Thomas A. Jacobs Jr., for plaintiff in error.
L. Eugene Jessup, contra.
MacIntyre, P.J. Gardner and Townsend, JJ., concur.
B. H. Watts, as next friend of Jimmie Lee Watts, brought suit against David Banks, individually and doing business as the Superior Cleaners and as Banks Cleaning & Pressing Company, for damages as a result of personal injuries alleged to have been sustained by Jimmie Lee Watts, a child seven years of age.
To the petition as amended the defendant filed general and special demurrers; the trial Judge overruled each and every demurrer, and the defendant excepted.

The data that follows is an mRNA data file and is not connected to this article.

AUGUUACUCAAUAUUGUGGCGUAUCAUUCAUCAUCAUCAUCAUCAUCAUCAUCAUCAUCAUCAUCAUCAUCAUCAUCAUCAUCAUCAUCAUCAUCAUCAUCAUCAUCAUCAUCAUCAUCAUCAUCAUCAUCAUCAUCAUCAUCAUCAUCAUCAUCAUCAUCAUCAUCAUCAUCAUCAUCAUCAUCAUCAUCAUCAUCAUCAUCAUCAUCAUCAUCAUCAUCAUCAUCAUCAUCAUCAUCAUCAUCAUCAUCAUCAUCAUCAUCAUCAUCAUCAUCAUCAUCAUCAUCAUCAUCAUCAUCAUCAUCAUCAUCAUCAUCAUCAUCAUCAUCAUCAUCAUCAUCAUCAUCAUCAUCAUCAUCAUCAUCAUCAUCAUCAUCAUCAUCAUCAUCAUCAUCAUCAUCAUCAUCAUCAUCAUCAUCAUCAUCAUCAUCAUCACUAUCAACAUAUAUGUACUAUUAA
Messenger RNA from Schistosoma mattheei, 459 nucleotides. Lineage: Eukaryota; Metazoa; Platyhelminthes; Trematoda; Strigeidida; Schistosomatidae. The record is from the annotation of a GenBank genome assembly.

The allegations of the petition material to a determination of the questions presented are in substance these: (3) The plaintiff avers that the building housing the aforementioned cleaning establishment has a frontage on Hazel Street of approximately twenty-four feet; that said building is situated twenty-two feet from the curb of Hazel Street, and that approximately one-half the space between the door of the building and the street curb is appropriated to a paved public sidewalk and a concrete walkway in front of the building; (4) that Hazel Street, on which the aforementioned building fronts, is a busy thoroughfare located in a thickly populated section of the City of Macon; that a congested situation for pedestrians exists in front of the defendant's place of business due to the fact that automobiles park along and against the curb here restricting part of the sidewalk space, and due further to the fact that the sidewalk here is damaged and broken with parts of it missing; that this situation makes it necessary for members of the public to frequently walk across the property of the defendant in the act of passing along the sidewalk or in going to a U.S. mailbox which is located on the defendant's property; that it has been a custom of members of the public to walk across the space in front of the defendant's place of business, since the time the building was erected many years ago as an armory; that the defendant is and has been aware of this custom, and that he has acquiesced in such practice on the part of members of the public; that he has further invited such use of his property by having constructed a concrete walk twenty-two feet in length and fifty-four inches in width from the sidewalk to his door, and has constructed alongside said walk concrete triangles with the base of said triangles against the public sidewalk and the apex alongside his walk, so as to constitute his walk a continuation of and a part of the public sidewalk; that said concrete triangles along his walk in front of his door have been reversed, so that the base of the triangle forms a walkway in front of his door parallel to the public sidewalk over a portion of his property which had formerly been a pathway; that the City of Macon at one time owned an encroachment of ten feet from Hazel Street into the space in front of the defendant's building; (5) the plaintiff avers that the defendant, at the time of installing cleaning and pressing machinery in his place of business, caused, or subsequent to that time, allowed, two steam exhaust pipes, three-quarters of an inch in diameter, to be extended some two feet through and beyond the front of the building out onto the concrete walkway, so as to constitute a dangerous instrumentality and a hazard to individual members of the public going to and from the building and crossing the walkway, as it is and has long been their custom to do; (6) that he failed or refused to place any warning sign or notice of the existence or location of the pipes, but, instead, he recklessly, wantonly, and wilfully caused the pipes to be so placed or allowed them to so remain so that they might empty and did empty and expel steam and boiling water from the cleaning and pressing machinery upon the concrete walkway into the path of individual members of the public; (7) the plaintiff avers that Jimmie Lee Watts was walking from his home at 1010 Hazel Street, in a southeasterly direction along Hazel Street, in the act of going to a hamburger stand located two doors below the defendant's place of business; that said minor, who was barefoot, walked across the concrete walkway in front of Number 870 Hazel Street, and, as he approached a position alongside the front door of the building, was suddenly enveloped in steam which the defendant or his employee suddenly, recklessly, unnecessarily, and without any warning, caused to be emitted from the exhaust pipes, emptying a large quantity of boiling water upon the feet and legs of the barefoot child; (9) that the defendant owed the minor child the duty of keeping the premises in a reasonably safe and suitable condition both as to its approaches and as to its premises; because of the physical facts surrounding the premises, its proximity to the public sidewalk and street, because of the custom of members of the public to come upon the premises of the defendant, because of defendant's acquiescence in this practice, the defendant owed the child the duty of anticipating that he and other such children might come upon his premises, because of their license to do so; that the defendant owed the child the duty of keeping the premises in such a condition so as not to allow him to be injured because of a dangerous instrumentality in his pathway; the defendant owed the child the further duty of not injuring him after he came upon the premises; that the defendant did, through his reckless, wanton, wilful and criminal misconduct, breach the duty owed to the child, and that, as a result of such breach of duty by the defendant, the child was injured.